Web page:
Shemitta Introduction – 5782
An Introduction to Hilchos Shemitta
What is Shemitta?
There are many agricultural mitzvos in Eretz Yisroel which revolve around a seven-year cycle. The seventh year of this cycle is called Shemitta. A year of Shabbos – rest for the land.
During the Shemitta year, there is a prohibition to work the land which is left to rest and is treated with special status. Produce that grows during this year is considered hefker - ownerless. In addition, produce from the Shemitta year attains an elevated status of sanctity, kedushas shevi’is, which places additional restrictions on the way the produce is to be treated.
At the end of the Shemitta year, some debts are liable to be cancelled and it is customary to write a pruzbul (see below) to avoid the need to annul debts.
When is Shemitta?
The next Shemitta year begins on Rosh HaShana 5782 and concludes a year later on Erev Rosh HaShana 5783.
Sacred Fruits – Kedushas Shevi’is
Shemitta produce may be eaten and enjoyed but must be consumed entirely without waste. Since the food carries special status of Kedusha, as long as the food is in an edible state, it must not be destroyed.
Edible leftovers may not be thrown directly into the rubbish bin. This even applies to the edible peels of fruits, (e.g. apples). In Eretz Yisroel, many families maintain a special bin (called a pach Shemitta) to allow leftovers to decay before being discarded.
There are also limitations on the way in which the food may be consumed. Food that has Kedushas Shevi’is may only be eaten in a way that is considered normal for that kind of food. Boiling a fruit which is usually eaten raw is considered to be destroying the sacred food; examples include cooking an avocado. Eating a raw food which is usually cooked such as potato is also forbidden.
While it remains fit for human consumption Shemitta fruit may not be fed to an animal or exported from Eretz Yisroel.
Although Shemitta produce is permitted for consumption, it may not be traded - i.e. bought or sold for a profit. Shemitta produce may, however, be bought when it is not being sold for profit (it is not being used for “business”), such as if a person has leftover food, or similar situations.
If one were to go ahead and sell Shemitta produce, then in many cases the money received in payment acquires kedushas shevi’is, and may now be only used to buy food; this food in turn, will need to be eaten under kedushas shevi’is conditions.
Otzar Beis Din – permitted channels of distribution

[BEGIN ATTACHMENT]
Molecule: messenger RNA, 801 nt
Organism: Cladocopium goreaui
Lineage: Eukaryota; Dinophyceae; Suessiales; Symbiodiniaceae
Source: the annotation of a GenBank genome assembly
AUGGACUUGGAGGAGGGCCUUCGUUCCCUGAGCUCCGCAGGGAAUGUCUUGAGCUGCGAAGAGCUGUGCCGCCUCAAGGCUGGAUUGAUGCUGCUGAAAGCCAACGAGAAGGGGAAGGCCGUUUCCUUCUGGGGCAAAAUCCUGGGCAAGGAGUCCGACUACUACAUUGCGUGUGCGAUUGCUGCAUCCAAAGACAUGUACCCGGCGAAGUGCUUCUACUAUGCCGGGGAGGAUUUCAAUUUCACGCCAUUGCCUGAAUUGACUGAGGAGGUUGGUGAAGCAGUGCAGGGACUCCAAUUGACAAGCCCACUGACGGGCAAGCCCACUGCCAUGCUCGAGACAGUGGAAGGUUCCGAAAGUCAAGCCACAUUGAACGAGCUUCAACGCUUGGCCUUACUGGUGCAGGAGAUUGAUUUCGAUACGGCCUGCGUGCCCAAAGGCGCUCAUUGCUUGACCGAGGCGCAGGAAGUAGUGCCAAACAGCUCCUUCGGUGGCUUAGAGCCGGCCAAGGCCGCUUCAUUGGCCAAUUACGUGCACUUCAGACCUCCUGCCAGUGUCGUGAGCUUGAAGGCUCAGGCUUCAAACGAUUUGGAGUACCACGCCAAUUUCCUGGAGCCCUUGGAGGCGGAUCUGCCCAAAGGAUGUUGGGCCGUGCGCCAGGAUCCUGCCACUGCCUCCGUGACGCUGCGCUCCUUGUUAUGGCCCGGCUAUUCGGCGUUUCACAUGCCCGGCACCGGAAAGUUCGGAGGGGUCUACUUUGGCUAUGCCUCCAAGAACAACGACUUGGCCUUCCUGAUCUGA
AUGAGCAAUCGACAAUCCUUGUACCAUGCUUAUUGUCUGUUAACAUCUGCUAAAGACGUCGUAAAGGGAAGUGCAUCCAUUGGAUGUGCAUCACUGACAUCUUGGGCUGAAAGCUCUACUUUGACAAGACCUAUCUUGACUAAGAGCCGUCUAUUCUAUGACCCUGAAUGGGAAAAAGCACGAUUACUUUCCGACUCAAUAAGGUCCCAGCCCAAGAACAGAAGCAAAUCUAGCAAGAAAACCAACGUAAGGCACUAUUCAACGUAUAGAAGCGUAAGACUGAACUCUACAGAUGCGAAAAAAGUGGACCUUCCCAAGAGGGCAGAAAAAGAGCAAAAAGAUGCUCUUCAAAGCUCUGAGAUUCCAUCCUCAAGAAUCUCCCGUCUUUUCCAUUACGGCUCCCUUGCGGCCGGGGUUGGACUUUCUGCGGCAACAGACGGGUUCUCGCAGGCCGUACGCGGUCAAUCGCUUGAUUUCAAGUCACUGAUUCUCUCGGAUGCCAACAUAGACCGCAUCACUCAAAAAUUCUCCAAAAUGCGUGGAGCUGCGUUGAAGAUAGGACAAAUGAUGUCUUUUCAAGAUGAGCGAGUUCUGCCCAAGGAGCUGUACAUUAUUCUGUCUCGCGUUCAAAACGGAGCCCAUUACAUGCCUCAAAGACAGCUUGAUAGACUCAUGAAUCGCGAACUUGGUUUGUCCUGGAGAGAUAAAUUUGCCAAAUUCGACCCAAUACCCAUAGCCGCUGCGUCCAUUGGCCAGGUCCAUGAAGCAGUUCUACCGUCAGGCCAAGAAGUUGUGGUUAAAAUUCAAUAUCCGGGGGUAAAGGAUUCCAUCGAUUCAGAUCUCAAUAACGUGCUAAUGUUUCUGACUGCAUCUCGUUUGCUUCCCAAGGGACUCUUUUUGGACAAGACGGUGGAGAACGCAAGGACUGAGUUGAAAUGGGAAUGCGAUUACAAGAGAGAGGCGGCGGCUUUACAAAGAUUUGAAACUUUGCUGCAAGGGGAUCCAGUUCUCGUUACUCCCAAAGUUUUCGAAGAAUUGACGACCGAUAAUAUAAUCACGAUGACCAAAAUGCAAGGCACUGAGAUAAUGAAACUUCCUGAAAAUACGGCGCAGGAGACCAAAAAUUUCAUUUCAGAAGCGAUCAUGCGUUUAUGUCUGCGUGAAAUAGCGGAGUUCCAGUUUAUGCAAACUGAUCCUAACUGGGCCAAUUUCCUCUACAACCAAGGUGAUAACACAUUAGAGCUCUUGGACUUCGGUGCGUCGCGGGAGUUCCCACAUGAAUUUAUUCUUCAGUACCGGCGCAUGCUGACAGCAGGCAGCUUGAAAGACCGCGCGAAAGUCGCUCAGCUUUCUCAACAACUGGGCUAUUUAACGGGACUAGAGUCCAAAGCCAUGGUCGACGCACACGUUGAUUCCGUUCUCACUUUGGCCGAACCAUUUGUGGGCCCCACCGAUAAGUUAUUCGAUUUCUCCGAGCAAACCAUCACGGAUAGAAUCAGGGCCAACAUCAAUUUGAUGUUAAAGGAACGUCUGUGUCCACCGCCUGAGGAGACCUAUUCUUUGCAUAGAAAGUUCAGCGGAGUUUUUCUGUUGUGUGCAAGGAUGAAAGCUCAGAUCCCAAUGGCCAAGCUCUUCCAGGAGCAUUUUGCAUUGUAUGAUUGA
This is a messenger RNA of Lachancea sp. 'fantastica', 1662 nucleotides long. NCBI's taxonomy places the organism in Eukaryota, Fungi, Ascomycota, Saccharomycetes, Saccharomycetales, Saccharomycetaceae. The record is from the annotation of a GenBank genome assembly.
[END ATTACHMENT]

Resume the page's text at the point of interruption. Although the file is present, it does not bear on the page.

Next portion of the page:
Since Shemitta produce may not be harvested for commercial gain, it is left as hefker for the general public to gather for themselves. However, since this may lead to unwarranted damage to the farmer’s field or orchard, a system was devised by Chazal to prevent this. The farmer hands over his lands to Beis Din for the duration of Shemitta and the Beis Din supervises workers to pick, store and distribute Shemitta produce on behalf of the general public; this arrangement is called Otzar Beis Din.
The produce is sold by Beis Din at a price that solely reimburses the workers involved in harvesting and transportation for their labour and other expenses. No money is paid for the product itself, and the payments made for these foods do not become imbued with kedushas shevi’is. The farmers themselves are co-opted as agents of the Beis Din to undertake the permitted activities needed to facilitate the growth and harvest of the fruit.
Sefichin – forbidden produce
During the Shemitta year, land in Eretz Yisroel may not be worked or actively cultivated. However, many types of food grow wild on their own without being planted or cultivated. Trees planted many years ago continue to give fruit each year. Some grains and vegetables grow as well, for example from seeds that remained in the soil from the previous season.
Over time, Chazal became concerned that during the Shemitta year unscrupulous people would surreptitiously plant vegetables, grains, and other annual crops, that would be ready to eat later in the year they were planted. When questioned they would claim that these foods grew on their own, from seeds that had remained in the ground from the previous harvest.